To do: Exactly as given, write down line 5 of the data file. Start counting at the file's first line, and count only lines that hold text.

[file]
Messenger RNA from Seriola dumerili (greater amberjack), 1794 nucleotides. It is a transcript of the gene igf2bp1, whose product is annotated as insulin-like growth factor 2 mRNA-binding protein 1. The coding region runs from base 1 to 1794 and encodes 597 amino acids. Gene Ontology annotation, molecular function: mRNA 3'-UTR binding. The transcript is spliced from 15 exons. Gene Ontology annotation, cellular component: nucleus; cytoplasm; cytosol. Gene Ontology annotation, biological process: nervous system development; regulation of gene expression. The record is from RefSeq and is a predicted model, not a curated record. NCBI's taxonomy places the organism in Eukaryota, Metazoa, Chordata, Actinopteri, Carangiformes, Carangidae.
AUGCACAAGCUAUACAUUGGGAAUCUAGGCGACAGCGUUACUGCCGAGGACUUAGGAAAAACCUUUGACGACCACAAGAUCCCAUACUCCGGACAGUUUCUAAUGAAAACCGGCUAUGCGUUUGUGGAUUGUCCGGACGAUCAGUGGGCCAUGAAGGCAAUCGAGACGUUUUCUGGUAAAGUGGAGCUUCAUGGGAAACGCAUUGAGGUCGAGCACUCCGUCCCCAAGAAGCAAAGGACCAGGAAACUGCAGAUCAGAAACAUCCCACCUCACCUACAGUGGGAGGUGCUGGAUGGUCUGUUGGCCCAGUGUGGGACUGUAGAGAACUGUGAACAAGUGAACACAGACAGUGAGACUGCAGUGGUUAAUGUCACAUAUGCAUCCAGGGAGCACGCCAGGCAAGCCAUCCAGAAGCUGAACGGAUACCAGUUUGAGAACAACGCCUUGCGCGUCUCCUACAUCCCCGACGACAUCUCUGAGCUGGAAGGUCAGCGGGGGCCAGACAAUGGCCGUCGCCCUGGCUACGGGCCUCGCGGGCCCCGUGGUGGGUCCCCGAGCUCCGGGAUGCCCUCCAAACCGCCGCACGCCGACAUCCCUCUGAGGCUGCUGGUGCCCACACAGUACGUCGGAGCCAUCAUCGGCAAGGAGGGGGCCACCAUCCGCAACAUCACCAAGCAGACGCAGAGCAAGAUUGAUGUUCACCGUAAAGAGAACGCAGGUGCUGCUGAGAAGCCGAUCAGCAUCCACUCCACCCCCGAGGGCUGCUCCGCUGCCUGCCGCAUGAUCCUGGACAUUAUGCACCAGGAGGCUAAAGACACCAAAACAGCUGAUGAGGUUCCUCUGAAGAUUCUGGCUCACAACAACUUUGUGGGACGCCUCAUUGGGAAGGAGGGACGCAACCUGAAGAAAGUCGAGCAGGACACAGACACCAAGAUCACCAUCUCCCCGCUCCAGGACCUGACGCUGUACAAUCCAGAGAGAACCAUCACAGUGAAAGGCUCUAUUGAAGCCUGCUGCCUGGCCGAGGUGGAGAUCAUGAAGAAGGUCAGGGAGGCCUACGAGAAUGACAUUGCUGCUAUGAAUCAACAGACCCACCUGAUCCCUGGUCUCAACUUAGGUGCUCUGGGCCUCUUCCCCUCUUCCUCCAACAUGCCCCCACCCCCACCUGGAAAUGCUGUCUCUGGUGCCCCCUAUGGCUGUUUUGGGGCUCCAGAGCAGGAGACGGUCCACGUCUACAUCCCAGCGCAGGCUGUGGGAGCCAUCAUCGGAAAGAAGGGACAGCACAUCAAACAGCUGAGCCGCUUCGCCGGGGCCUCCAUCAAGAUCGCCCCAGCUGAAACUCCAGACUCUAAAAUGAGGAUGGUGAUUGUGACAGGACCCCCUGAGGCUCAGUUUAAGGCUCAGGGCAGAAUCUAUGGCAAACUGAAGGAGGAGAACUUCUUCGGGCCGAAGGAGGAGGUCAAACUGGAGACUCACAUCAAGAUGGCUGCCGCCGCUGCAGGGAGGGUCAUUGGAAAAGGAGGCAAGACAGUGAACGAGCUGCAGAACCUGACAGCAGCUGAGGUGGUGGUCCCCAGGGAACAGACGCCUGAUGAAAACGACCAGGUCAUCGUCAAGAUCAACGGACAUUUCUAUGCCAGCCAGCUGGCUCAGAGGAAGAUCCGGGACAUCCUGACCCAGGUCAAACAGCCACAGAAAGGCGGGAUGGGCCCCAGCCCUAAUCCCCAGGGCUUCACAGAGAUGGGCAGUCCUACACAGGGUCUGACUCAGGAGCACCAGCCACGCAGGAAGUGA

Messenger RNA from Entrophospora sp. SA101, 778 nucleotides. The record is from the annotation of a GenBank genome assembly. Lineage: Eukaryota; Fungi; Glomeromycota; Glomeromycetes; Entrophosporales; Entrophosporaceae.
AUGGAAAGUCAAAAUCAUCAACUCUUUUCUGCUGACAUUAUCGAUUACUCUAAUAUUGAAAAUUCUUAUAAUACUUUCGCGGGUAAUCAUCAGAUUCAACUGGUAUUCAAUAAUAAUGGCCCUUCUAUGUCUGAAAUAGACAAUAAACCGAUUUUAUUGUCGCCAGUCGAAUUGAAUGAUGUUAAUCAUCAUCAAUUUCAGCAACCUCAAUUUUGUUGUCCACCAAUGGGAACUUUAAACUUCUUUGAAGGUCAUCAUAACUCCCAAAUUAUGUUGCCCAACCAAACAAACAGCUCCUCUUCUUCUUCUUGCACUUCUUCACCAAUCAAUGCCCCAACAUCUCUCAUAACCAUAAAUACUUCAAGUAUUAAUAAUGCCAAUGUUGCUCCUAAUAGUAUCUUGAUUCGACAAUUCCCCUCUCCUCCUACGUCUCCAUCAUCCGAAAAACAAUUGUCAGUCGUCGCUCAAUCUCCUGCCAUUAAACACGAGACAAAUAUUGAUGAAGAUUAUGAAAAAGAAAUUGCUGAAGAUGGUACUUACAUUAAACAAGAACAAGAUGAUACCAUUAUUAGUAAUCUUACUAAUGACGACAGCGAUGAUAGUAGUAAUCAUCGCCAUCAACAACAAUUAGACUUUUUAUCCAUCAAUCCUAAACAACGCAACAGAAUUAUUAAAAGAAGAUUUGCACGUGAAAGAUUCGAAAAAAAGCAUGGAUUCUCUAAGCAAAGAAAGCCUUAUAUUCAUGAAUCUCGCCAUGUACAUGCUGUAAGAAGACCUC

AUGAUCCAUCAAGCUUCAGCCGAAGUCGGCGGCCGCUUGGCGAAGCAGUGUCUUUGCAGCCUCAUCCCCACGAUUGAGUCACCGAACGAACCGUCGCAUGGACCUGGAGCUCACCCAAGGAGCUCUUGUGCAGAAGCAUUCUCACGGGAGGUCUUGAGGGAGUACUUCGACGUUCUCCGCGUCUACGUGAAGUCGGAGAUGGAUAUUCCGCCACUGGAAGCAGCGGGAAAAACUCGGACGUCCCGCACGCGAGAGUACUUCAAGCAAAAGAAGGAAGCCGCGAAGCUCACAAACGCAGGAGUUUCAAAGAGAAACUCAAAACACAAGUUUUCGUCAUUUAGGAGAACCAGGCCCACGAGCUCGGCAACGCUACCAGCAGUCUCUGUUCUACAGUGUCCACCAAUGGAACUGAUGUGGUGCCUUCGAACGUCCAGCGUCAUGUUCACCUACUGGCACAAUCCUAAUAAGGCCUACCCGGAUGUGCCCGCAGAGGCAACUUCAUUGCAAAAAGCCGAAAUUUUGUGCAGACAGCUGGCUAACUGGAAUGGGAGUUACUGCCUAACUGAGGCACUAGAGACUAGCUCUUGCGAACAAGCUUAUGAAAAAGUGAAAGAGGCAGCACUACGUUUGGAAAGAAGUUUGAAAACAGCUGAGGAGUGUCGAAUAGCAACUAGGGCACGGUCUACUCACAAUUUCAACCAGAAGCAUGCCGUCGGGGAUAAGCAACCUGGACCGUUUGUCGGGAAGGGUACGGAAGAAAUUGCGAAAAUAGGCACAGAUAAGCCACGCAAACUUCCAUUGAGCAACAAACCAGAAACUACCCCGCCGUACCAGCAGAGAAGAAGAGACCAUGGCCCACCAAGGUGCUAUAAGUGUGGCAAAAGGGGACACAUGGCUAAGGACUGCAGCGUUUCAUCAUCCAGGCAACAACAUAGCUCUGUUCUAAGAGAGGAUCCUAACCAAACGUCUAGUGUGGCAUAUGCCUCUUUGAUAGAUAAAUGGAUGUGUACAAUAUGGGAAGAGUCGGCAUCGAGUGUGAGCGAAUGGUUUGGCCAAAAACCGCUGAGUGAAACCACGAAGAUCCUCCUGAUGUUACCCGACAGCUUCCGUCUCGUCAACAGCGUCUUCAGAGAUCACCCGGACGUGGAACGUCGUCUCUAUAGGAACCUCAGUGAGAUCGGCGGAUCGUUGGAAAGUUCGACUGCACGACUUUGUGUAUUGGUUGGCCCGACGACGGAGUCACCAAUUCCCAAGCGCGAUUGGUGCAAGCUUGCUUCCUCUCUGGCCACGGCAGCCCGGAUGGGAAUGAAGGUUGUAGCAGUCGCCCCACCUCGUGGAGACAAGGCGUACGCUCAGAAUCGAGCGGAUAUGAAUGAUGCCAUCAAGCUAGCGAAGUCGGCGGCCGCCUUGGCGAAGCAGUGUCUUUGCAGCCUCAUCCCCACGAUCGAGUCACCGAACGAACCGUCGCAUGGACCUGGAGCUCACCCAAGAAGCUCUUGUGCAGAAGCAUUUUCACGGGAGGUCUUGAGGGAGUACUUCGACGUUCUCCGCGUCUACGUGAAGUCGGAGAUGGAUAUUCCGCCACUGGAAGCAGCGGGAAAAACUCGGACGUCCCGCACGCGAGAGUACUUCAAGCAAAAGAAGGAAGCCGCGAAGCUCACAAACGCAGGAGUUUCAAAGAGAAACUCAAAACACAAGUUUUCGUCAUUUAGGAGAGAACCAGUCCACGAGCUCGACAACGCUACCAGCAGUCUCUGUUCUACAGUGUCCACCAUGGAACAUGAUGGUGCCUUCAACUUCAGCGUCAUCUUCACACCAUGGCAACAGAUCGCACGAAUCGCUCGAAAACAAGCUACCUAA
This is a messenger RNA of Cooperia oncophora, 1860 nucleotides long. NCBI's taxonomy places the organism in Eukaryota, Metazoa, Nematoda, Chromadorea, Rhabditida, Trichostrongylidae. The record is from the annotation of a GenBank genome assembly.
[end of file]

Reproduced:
AUGAUCCAUCAAGCUUCAGCCGAAGUCGGCGGCCGCUUGGCGAAGCAGUGUCUUUGCAGCCUCAUCCCCACGAUUGAGUCACCGAACGAACCGUCGCAUGGACCUGGAGCUCACCCAAGGAGCUCUUGUGCAGAAGCAUUCUCACGGGAGGUCUUGAGGGAGUACUUCGACGUUCUCCGCGUCUACGUGAAGUCGGAGAUGGAUAUUCCGCCACUGGAAGCAGCGGGAAAAACUCGGACGUCCCGCACGCGAGAGUACUUCAAGCAAAAGAAGGAAGCCGCGAAGCUCACAAACGCAGGAGUUUCAAAGAGAAACUCAAAACACAAGUUUUCGUCAUUUAGGAGAACCAGGCCCACGAGCUCGGCAACGCUACCAGCAGUCUCUGUUCUACAGUGUCCACCAAUGGAACUGAUGUGGUGCCUUCGAACGUCCAGCGUCAUGUUCACCUACUGGCACAAUCCUAAUAAGGCCUACCCGGAUGUGCCCGCAGAGGCAACUUCAUUGCAAAAAGCCGAAAUUUUGUGCAGACAGCUGGCUAACUGGAAUGGGAGUUACUGCCUAACUGAGGCACUAGAGACUAGCUCUUGCGAACAAGCUUAUGAAAAAGUGAAAGAGGCAGCACUACGUUUGGAAAGAAGUUUGAAAACAGCUGAGGAGUGUCGAAUAGCAACUAGGGCACGGUCUACUCACAAUUUCAACCAGAAGCAUGCCGUCGGGGAUAAGCAACCUGGACCGUUUGUCGGGAAGGGUACGGAAGAAAUUGCGAAAAUAGGCACAGAUAAGCCACGCAAACUUCCAUUGAGCAACAAACCAGAAACUACCCCGCCGUACCAGCAGAGAAGAAGAGACCAUGGCCCACCAAGGUGCUAUAAGUGUGGCAAAAGGGGACACAUGGCUAAGGACUGCAGCGUUUCAUCAUCCAGGCAACAACAUAGCUCUGUUCUAAGAGAGGAUCCUAACCAAACGUCUAGUGUGGCAUAUGCCUCUUUGAUAGAUAAAUGGAUGUGUACAAUAUGGGAAGAGUCGGCAUCGAGUGUGAGCGAAUGGUUUGGCCAAAAACCGCUGAGUGAAACCACGAAGAUCCUCCUGAUGUUACCCGACAGCUUCCGUCUCGUCAACAGCGUCUUCAGAGAUCACCCGGACGUGGAACGUCGUCUCUAUAGGAACCUCAGUGAGAUCGGCGGAUCGUUGGAAAGUUCGACUGCACGACUUUGUGUAUUGGUUGGCCCGACGACGGAGUCACCAAUUCCCAAGCGCGAUUGGUGCAAGCUUGCUUCCUCUCUGGCCACGGCAGCCCGGAUGGGAAUGAAGGUUGUAGCAGUCGCCCCACCUCGUGGAGACAAGGCGUACGCUCAGAAUCGAGCGGAUAUGAAUGAUGCCAUCAAGCUAGCGAAGUCGGCGGCCGCCUUGGCGAAGCAGUGUCUUUGCAGCCUCAUCCCCACGAUCGAGUCACCGAACGAACCGUCGCAUGGACCUGGAGCUCACCCAAGAAGCUCUUGUGCAGAAGCAUUUUCACGGGAGGUCUUGAGGGAGUACUUCGACGUUCUCCGCGUCUACGUGAAGUCGGAGAUGGAUAUUCCGCCACUGGAAGCAGCGGGAAAAACUCGGACGUCCCGCACGCGAGAGUACUUCAAGCAAAAGAAGGAAGCCGCGAAGCUCACAAACGCAGGAGUUUCAAAGAGAAACUCAAAACACAAGUUUUCGUCAUUUAGGAGAGAACCAGUCCACGAGCUCGACAACGCUACCAGCAGUCUCUGUUCUACAGUGUCCACCAUGGAACAUGAUGGUGCCUUCAACUUCAGCGUCAUCUUCACACCAUGGCAACAGAUCGCACGAAUCGCUCGAAAACAAGCUACCUAA